The cytochromes P450 (P450s) are a broad class of heme b-containing mono-oxygenase enzymes. The vast majority of P450s catalyse reductive scission of molecular oxygen using electrons usually derived from coenzymes (NADH and NADPH) and delivered from redox partner proteins. Evolutionary advantages may be gained by fusion of one or more redox partners to the P450 enzyme in terms of e.g. catalytic efficiency. This route was taken by the well characterized flavocytochrome P450BM3 system (CYP102A1) from Bacillus megaterium, in which soluble P450 and cytochrome P450 reductase enzymes are covalently linked to produce a highly efficient electron transport system for oxygenation of fatty acids and related molecules. However, genome analysis and ongoing enzyme characterization has revealed that there are a number of other novel classes of P450-redox partner fusion enzymes distributed widely in prokaryotes and eukaryotes. This review examines our current state of knowledge of the diversity of these fusion proteins and explores their structural composition and evolutionary origins.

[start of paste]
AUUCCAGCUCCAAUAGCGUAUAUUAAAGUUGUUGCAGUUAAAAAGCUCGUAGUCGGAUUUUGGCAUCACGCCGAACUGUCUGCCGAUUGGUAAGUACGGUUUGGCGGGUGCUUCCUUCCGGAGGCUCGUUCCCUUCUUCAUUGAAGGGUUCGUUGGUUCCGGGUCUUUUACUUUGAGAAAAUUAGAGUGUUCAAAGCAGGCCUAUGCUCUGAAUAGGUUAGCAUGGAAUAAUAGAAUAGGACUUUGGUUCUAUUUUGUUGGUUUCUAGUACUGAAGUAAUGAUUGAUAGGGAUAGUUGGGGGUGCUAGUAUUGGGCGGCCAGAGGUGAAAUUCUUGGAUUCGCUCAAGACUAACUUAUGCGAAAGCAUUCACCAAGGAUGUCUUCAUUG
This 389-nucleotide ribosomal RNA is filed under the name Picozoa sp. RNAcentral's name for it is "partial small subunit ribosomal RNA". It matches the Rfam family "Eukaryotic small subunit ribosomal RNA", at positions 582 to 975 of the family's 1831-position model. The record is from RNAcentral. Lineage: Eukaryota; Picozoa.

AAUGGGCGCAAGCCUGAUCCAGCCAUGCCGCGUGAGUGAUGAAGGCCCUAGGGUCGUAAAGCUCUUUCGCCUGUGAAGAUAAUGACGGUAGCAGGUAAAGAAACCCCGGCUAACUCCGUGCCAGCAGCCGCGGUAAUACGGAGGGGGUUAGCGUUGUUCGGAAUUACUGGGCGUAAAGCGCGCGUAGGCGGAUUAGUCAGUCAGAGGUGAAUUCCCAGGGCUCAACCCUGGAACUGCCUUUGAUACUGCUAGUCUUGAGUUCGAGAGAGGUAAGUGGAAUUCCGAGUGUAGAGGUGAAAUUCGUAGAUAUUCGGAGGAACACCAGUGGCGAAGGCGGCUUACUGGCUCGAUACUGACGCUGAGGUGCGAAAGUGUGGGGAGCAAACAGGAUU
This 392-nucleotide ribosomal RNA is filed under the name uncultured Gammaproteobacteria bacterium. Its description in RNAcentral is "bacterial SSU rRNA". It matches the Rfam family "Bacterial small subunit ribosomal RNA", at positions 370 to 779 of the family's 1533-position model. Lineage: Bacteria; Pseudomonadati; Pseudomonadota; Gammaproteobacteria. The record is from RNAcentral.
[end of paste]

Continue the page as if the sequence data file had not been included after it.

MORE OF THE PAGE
|Number of pages||15|
|Journal||Biochimica et Biophysica Acta - General Subjects|
|Early online date||30 Aug 2006|
|Publication status||Published - 1 Mar 2007|